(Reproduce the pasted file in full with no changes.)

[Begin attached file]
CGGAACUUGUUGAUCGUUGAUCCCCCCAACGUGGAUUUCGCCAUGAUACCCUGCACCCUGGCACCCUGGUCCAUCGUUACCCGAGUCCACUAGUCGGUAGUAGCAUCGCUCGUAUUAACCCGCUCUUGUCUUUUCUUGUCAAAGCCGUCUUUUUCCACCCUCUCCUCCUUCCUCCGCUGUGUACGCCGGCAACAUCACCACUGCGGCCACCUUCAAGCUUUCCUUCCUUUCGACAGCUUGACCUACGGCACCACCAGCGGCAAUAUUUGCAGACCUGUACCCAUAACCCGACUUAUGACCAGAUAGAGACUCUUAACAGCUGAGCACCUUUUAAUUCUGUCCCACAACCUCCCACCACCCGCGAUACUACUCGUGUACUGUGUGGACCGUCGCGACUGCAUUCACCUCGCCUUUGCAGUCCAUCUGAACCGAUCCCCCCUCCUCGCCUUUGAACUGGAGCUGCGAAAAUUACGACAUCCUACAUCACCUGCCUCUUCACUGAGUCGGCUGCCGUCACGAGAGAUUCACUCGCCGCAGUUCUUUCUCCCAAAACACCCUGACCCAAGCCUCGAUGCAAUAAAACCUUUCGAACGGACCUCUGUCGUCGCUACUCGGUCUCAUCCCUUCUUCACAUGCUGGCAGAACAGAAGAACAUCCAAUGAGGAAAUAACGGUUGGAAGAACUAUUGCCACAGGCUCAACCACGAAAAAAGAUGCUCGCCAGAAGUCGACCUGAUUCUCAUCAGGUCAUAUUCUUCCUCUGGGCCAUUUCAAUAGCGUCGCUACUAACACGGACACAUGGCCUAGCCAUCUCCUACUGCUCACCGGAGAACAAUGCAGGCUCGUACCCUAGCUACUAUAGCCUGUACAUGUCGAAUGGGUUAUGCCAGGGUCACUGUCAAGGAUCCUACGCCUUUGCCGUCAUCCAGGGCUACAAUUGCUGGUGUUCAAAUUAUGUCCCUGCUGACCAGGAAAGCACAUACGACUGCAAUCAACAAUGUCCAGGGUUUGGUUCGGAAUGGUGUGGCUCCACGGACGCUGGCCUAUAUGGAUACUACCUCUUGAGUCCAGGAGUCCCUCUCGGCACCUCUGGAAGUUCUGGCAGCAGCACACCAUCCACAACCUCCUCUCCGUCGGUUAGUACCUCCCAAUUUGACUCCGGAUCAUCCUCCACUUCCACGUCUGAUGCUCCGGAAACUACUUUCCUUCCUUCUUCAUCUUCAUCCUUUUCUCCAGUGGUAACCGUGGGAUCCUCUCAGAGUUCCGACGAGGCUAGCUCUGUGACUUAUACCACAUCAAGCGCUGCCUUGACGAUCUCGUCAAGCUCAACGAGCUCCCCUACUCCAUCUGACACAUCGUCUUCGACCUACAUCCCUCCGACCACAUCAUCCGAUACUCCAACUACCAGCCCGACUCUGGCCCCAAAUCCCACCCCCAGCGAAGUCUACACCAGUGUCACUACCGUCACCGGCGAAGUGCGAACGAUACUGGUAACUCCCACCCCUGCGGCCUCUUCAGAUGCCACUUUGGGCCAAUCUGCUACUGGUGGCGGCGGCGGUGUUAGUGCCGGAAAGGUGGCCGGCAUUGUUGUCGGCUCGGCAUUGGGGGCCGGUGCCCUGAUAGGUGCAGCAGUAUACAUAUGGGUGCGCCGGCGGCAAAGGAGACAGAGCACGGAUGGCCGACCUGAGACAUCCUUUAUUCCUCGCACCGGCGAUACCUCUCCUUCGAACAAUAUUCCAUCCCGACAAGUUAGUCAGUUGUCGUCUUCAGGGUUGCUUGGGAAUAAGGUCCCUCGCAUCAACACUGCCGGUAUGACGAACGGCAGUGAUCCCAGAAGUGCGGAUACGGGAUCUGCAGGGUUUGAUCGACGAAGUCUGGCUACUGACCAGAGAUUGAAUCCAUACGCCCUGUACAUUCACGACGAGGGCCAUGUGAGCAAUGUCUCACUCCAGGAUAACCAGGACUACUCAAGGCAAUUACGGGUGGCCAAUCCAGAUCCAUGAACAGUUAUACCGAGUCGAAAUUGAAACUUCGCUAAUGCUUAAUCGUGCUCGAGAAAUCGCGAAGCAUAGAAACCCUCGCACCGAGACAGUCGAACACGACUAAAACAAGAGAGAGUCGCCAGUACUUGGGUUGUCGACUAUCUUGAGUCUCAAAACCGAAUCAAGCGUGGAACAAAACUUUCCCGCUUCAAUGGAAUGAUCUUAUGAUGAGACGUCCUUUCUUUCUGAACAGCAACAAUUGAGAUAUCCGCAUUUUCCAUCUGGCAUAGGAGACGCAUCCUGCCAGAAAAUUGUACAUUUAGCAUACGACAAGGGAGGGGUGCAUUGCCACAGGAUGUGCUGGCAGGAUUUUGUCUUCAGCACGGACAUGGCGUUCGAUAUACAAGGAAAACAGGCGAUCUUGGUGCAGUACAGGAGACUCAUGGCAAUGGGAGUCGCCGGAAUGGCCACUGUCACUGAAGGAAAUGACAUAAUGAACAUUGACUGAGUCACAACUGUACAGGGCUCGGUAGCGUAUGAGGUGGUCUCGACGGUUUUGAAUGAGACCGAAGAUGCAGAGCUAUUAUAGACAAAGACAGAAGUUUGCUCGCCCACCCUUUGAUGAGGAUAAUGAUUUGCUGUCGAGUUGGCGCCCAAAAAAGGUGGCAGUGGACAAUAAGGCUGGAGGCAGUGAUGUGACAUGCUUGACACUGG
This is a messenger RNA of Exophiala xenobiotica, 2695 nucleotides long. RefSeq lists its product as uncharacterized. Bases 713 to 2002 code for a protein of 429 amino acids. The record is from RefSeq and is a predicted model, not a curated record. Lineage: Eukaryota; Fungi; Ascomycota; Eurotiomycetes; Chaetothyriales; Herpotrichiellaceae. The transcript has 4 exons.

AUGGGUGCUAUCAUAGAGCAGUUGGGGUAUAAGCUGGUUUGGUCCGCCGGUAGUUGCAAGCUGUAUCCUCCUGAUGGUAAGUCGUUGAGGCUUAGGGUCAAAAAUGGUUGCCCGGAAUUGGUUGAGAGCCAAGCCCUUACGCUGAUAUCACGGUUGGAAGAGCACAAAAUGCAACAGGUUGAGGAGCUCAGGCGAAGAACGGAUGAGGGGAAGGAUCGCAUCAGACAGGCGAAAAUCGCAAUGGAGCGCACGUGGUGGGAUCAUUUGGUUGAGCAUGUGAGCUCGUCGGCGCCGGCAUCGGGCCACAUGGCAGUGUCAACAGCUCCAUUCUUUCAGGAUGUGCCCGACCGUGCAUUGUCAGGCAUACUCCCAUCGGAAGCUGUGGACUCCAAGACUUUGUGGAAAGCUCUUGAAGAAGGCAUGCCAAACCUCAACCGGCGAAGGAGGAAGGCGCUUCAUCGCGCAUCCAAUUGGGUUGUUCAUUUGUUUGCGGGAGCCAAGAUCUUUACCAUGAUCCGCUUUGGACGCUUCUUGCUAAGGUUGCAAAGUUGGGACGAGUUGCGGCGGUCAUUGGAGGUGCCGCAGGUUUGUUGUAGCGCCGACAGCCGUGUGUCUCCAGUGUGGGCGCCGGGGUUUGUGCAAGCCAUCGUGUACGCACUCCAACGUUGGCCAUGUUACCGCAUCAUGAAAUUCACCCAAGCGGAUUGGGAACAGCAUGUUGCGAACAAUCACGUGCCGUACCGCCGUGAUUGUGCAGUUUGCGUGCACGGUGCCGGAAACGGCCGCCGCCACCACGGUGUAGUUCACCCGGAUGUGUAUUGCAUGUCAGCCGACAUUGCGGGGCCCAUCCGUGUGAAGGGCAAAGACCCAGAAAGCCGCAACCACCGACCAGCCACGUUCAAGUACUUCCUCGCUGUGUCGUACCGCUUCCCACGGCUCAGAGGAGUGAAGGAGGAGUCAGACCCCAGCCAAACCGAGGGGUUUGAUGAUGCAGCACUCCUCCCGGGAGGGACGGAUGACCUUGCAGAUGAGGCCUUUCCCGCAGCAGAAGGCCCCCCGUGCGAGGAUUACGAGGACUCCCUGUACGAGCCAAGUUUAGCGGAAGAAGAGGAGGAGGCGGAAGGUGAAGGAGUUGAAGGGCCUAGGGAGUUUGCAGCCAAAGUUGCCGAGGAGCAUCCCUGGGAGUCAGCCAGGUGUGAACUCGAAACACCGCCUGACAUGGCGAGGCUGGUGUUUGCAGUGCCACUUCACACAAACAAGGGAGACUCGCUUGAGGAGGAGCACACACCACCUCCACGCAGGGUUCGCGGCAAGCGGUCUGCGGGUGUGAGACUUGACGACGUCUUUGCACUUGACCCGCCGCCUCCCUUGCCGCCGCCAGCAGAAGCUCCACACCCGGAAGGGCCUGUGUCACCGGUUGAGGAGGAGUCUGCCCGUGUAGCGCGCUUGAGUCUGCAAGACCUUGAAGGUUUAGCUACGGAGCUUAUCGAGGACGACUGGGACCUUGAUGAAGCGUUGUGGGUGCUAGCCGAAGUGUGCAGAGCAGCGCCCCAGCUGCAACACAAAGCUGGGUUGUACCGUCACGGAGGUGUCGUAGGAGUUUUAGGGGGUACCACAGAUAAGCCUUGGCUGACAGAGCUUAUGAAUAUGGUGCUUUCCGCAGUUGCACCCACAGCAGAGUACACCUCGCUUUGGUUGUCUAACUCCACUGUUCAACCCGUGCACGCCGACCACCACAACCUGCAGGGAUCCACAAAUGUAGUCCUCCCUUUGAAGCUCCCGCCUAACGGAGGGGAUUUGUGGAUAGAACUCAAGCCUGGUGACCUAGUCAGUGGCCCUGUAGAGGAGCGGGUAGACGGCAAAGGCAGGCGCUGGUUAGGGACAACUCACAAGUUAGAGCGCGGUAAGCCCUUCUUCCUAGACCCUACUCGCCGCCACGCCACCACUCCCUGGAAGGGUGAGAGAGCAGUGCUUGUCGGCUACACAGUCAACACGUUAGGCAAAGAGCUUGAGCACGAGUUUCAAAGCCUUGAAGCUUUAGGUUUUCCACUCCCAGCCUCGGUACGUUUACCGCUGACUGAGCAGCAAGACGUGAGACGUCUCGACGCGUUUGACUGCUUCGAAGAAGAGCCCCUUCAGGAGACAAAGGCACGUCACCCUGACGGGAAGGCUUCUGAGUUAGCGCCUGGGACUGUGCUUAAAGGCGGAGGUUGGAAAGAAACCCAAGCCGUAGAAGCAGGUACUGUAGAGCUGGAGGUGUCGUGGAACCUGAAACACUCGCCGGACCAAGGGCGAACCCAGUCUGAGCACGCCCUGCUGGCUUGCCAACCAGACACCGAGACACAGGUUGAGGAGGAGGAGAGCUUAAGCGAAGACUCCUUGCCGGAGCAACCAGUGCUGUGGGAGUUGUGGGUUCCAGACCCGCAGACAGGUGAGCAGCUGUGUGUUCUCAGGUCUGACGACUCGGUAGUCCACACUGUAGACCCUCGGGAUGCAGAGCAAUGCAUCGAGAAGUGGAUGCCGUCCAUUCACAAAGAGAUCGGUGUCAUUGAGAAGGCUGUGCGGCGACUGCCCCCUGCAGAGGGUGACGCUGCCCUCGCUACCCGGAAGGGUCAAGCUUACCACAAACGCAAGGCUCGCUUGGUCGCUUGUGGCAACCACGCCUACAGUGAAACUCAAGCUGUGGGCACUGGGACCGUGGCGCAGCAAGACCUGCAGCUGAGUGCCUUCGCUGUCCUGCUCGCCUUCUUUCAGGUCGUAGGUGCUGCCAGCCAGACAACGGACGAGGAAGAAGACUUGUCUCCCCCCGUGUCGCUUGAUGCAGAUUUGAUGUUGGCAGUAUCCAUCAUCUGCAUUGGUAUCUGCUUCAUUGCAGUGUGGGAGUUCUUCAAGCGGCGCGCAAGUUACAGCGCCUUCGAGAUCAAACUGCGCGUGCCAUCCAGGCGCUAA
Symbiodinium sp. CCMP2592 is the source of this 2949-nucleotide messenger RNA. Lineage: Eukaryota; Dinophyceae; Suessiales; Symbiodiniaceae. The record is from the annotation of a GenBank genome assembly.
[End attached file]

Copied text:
CGGAACUUGUUGAUCGUUGAUCCCCCCAACGUGGAUUUCGCCAUGAUACCCUGCACCCUGGCACCCUGGUCCAUCGUUACCCGAGUCCACUAGUCGGUAGUAGCAUCGCUCGUAUUAACCCGCUCUUGUCUUUUCUUGUCAAAGCCGUCUUUUUCCACCCUCUCCUCCUUCCUCCGCUGUGUACGCCGGCAACAUCACCACUGCGGCCACCUUCAAGCUUUCCUUCCUUUCGACAGCUUGACCUACGGCACCACCAGCGGCAAUAUUUGCAGACCUGUACCCAUAACCCGACUUAUGACCAGAUAGAGACUCUUAACAGCUGAGCACCUUUUAAUUCUGUCCCACAACCUCCCACCACCCGCGAUACUACUCGUGUACUGUGUGGACCGUCGCGACUGCAUUCACCUCGCCUUUGCAGUCCAUCUGAACCGAUCCCCCCUCCUCGCCUUUGAACUGGAGCUGCGAAAAUUACGACAUCCUACAUCACCUGCCUCUUCACUGAGUCGGCUGCCGUCACGAGAGAUUCACUCGCCGCAGUUCUUUCUCCCAAAACACCCUGACCCAAGCCUCGAUGCAAUAAAACCUUUCGAACGGACCUCUGUCGUCGCUACUCGGUCUCAUCCCUUCUUCACAUGCUGGCAGAACAGAAGAACAUCCAAUGAGGAAAUAACGGUUGGAAGAACUAUUGCCACAGGCUCAACCACGAAAAAAGAUGCUCGCCAGAAGUCGACCUGAUUCUCAUCAGGUCAUAUUCUUCCUCUGGGCCAUUUCAAUAGCGUCGCUACUAACACGGACACAUGGCCUAGCCAUCUCCUACUGCUCACCGGAGAACAAUGCAGGCUCGUACCCUAGCUACUAUAGCCUGUACAUGUCGAAUGGGUUAUGCCAGGGUCACUGUCAAGGAUCCUACGCCUUUGCCGUCAUCCAGGGCUACAAUUGCUGGUGUUCAAAUUAUGUCCCUGCUGACCAGGAAAGCACAUACGACUGCAAUCAACAAUGUCCAGGGUUUGGUUCGGAAUGGUGUGGCUCCACGGACGCUGGCCUAUAUGGAUACUACCUCUUGAGUCCAGGAGUCCCUCUCGGCACCUCUGGAAGUUCUGGCAGCAGCACACCAUCCACAACCUCCUCUCCGUCGGUUAGUACCUCCCAAUUUGACUCCGGAUCAUCCUCCACUUCCACGUCUGAUGCUCCGGAAACUACUUUCCUUCCUUCUUCAUCUUCAUCCUUUUCUCCAGUGGUAACCGUGGGAUCCUCUCAGAGUUCCGACGAGGCUAGCUCUGUGACUUAUACCACAUCAAGCGCUGCCUUGACGAUCUCGUCAAGCUCAACGAGCUCCCCUACUCCAUCUGACACAUCGUCUUCGACCUACAUCCCUCCGACCACAUCAUCCGAUACUCCAACUACCAGCCCGACUCUGGCCCCAAAUCCCACCCCCAGCGAAGUCUACACCAGUGUCACUACCGUCACCGGCGAAGUGCGAACGAUACUGGUAACUCCCACCCCUGCGGCCUCUUCAGAUGCCACUUUGGGCCAAUCUGCUACUGGUGGCGGCGGCGGUGUUAGUGCCGGAAAGGUGGCCGGCAUUGUUGUCGGCUCGGCAUUGGGGGCCGGUGCCCUGAUAGGUGCAGCAGUAUACAUAUGGGUGCGCCGGCGGCAAAGGAGACAGAGCACGGAUGGCCGACCUGAGACAUCCUUUAUUCCUCGCACCGGCGAUACCUCUCCUUCGAACAAUAUUCCAUCCCGACAAGUUAGUCAGUUGUCGUCUUCAGGGUUGCUUGGGAAUAAGGUCCCUCGCAUCAACACUGCCGGUAUGACGAACGGCAGUGAUCCCAGAAGUGCGGAUACGGGAUCUGCAGGGUUUGAUCGACGAAGUCUGGCUACUGACCAGAGAUUGAAUCCAUACGCCCUGUACAUUCACGACGAGGGCCAUGUGAGCAAUGUCUCACUCCAGGAUAACCAGGACUACUCAAGGCAAUUACGGGUGGCCAAUCCAGAUCCAUGAACAGUUAUACCGAGUCGAAAUUGAAACUUCGCUAAUGCUUAAUCGUGCUCGAGAAAUCGCGAAGCAUAGAAACCCUCGCACCGAGACAGUCGAACACGACUAAAACAAGAGAGAGUCGCCAGUACUUGGGUUGUCGACUAUCUUGAGUCUCAAAACCGAAUCAAGCGUGGAACAAAACUUUCCCGCUUCAAUGGAAUGAUCUUAUGAUGAGACGUCCUUUCUUUCUGAACAGCAACAAUUGAGAUAUCCGCAUUUUCCAUCUGGCAUAGGAGACGCAUCCUGCCAGAAAAUUGUACAUUUAGCAUACGACAAGGGAGGGGUGCAUUGCCACAGGAUGUGCUGGCAGGAUUUUGUCUUCAGCACGGACAUGGCGUUCGAUAUACAAGGAAAACAGGCGAUCUUGGUGCAGUACAGGAGACUCAUGGCAAUGGGAGUCGCCGGAAUGGCCACUGUCACUGAAGGAAAUGACAUAAUGAACAUUGACUGAGUCACAACUGUACAGGGCUCGGUAGCGUAUGAGGUGGUCUCGACGGUUUUGAAUGAGACCGAAGAUGCAGAGCUAUUAUAGACAAAGACAGAAGUUUGCUCGCCCACCCUUUGAUGAGGAUAAUGAUUUGCUGUCGAGUUGGCGCCCAAAAAAGGUGGCAGUGGACAAUAAGGCUGGAGGCAGUGAUGUGACAUGCUUGACACUGG
This is a messenger RNA of Exophiala xenobiotica, 2695 nucleotides long. RefSeq lists its product as uncharacterized. Bases 713 to 2002 code for a protein of 429 amino acids. The record is from RefSeq and is a predicted model, not a curated record. Lineage: Eukaryota; Fungi; Ascomycota; Eurotiomycetes; Chaetothyriales; Herpotrichiellaceae. The transcript has 4 exons.

AUGGGUGCUAUCAUAGAGCAGUUGGGGUAUAAGCUGGUUUGGUCCGCCGGUAGUUGCAAGCUGUAUCCUCCUGAUGGUAAGUCGUUGAGGCUUAGGGUCAAAAAUGGUUGCCCGGAAUUGGUUGAGAGCCAAGCCCUUACGCUGAUAUCACGGUUGGAAGAGCACAAAAUGCAACAGGUUGAGGAGCUCAGGCGAAGAACGGAUGAGGGGAAGGAUCGCAUCAGACAGGCGAAAAUCGCAAUGGAGCGCACGUGGUGGGAUCAUUUGGUUGAGCAUGUGAGCUCGUCGGCGCCGGCAUCGGGCCACAUGGCAGUGUCAACAGCUCCAUUCUUUCAGGAUGUGCCCGACCGUGCAUUGUCAGGCAUACUCCCAUCGGAAGCUGUGGACUCCAAGACUUUGUGGAAAGCUCUUGAAGAAGGCAUGCCAAACCUCAACCGGCGAAGGAGGAAGGCGCUUCAUCGCGCAUCCAAUUGGGUUGUUCAUUUGUUUGCGGGAGCCAAGAUCUUUACCAUGAUCCGCUUUGGACGCUUCUUGCUAAGGUUGCAAAGUUGGGACGAGUUGCGGCGGUCAUUGGAGGUGCCGCAGGUUUGUUGUAGCGCCGACAGCCGUGUGUCUCCAGUGUGGGCGCCGGGGUUUGUGCAAGCCAUCGUGUACGCACUCCAACGUUGGCCAUGUUACCGCAUCAUGAAAUUCACCCAAGCGGAUUGGGAACAGCAUGUUGCGAACAAUCACGUGCCGUACCGCCGUGAUUGUGCAGUUUGCGUGCACGGUGCCGGAAACGGCCGCCGCCACCACGGUGUAGUUCACCCGGAUGUGUAUUGCAUGUCAGCCGACAUUGCGGGGCCCAUCCGUGUGAAGGGCAAAGACCCAGAAAGCCGCAACCACCGACCAGCCACGUUCAAGUACUUCCUCGCUGUGUCGUACCGCUUCCCACGGCUCAGAGGAGUGAAGGAGGAGUCAGACCCCAGCCAAACCGAGGGGUUUGAUGAUGCAGCACUCCUCCCGGGAGGGACGGAUGACCUUGCAGAUGAGGCCUUUCCCGCAGCAGAAGGCCCCCCGUGCGAGGAUUACGAGGACUCCCUGUACGAGCCAAGUUUAGCGGAAGAAGAGGAGGAGGCGGAAGGUGAAGGAGUUGAAGGGCCUAGGGAGUUUGCAGCCAAAGUUGCCGAGGAGCAUCCCUGGGAGUCAGCCAGGUGUGAACUCGAAACACCGCCUGACAUGGCGAGGCUGGUGUUUGCAGUGCCACUUCACACAAACAAGGGAGACUCGCUUGAGGAGGAGCACACACCACCUCCACGCAGGGUUCGCGGCAAGCGGUCUGCGGGUGUGAGACUUGACGACGUCUUUGCACUUGACCCGCCGCCUCCCUUGCCGCCGCCAGCAGAAGCUCCACACCCGGAAGGGCCUGUGUCACCGGUUGAGGAGGAGUCUGCCCGUGUAGCGCGCUUGAGUCUGCAAGACCUUGAAGGUUUAGCUACGGAGCUUAUCGAGGACGACUGGGACCUUGAUGAAGCGUUGUGGGUGCUAGCCGAAGUGUGCAGAGCAGCGCCCCAGCUGCAACACAAAGCUGGGUUGUACCGUCACGGAGGUGUCGUAGGAGUUUUAGGGGGUACCACAGAUAAGCCUUGGCUGACAGAGCUUAUGAAUAUGGUGCUUUCCGCAGUUGCACCCACAGCAGAGUACACCUCGCUUUGGUUGUCUAACUCCACUGUUCAACCCGUGCACGCCGACCACCACAACCUGCAGGGAUCCACAAAUGUAGUCCUCCCUUUGAAGCUCCCGCCUAACGGAGGGGAUUUGUGGAUAGAACUCAAGCCUGGUGACCUAGUCAGUGGCCCUGUAGAGGAGCGGGUAGACGGCAAAGGCAGGCGCUGGUUAGGGACAACUCACAAGUUAGAGCGCGGUAAGCCCUUCUUCCUAGACCCUACUCGCCGCCACGCCACCACUCCCUGGAAGGGUGAGAGAGCAGUGCUUGUCGGCUACACAGUCAACACGUUAGGCAAAGAGCUUGAGCACGAGUUUCAAAGCCUUGAAGCUUUAGGUUUUCCACUCCCAGCCUCGGUACGUUUACCGCUGACUGAGCAGCAAGACGUGAGACGUCUCGACGCGUUUGACUGCUUCGAAGAAGAGCCCCUUCAGGAGACAAAGGCACGUCACCCUGACGGGAAGGCUUCUGAGUUAGCGCCUGGGACUGUGCUUAAAGGCGGAGGUUGGAAAGAAACCCAAGCCGUAGAAGCAGGUACUGUAGAGCUGGAGGUGUCGUGGAACCUGAAACACUCGCCGGACCAAGGGCGAACCCAGUCUGAGCACGCCCUGCUGGCUUGCCAACCAGACACCGAGACACAGGUUGAGGAGGAGGAGAGCUUAAGCGAAGACUCCUUGCCGGAGCAACCAGUGCUGUGGGAGUUGUGGGUUCCAGACCCGCAGACAGGUGAGCAGCUGUGUGUUCUCAGGUCUGACGACUCGGUAGUCCACACUGUAGACCCUCGGGAUGCAGAGCAAUGCAUCGAGAAGUGGAUGCCGUCCAUUCACAAAGAGAUCGGUGUCAUUGAGAAGGCUGUGCGGCGACUGCCCCCUGCAGAGGGUGACGCUGCCCUCGCUACCCGGAAGGGUCAAGCUUACCACAAACGCAAGGCUCGCUUGGUCGCUUGUGGCAACCACGCCUACAGUGAAACUCAAGCUGUGGGCACUGGGACCGUGGCGCAGCAAGACCUGCAGCUGAGUGCCUUCGCUGUCCUGCUCGCCUUCUUUCAGGUCGUAGGUGCUGCCAGCCAGACAACGGACGAGGAAGAAGACUUGUCUCCCCCCGUGUCGCUUGAUGCAGAUUUGAUGUUGGCAGUAUCCAUCAUCUGCAUUGGUAUCUGCUUCAUUGCAGUGUGGGAGUUCUUCAAGCGGCGCGCAAGUUACAGCGCCUUCGAGAUCAAACUGCGCGUGCCAUCCAGGCGCUAA
Symbiodinium sp. CCMP2592 is the source of this 2949-nucleotide messenger RNA. Lineage: Eukaryota; Dinophyceae; Suessiales; Symbiodiniaceae. The record is from the annotation of a GenBank genome assembly.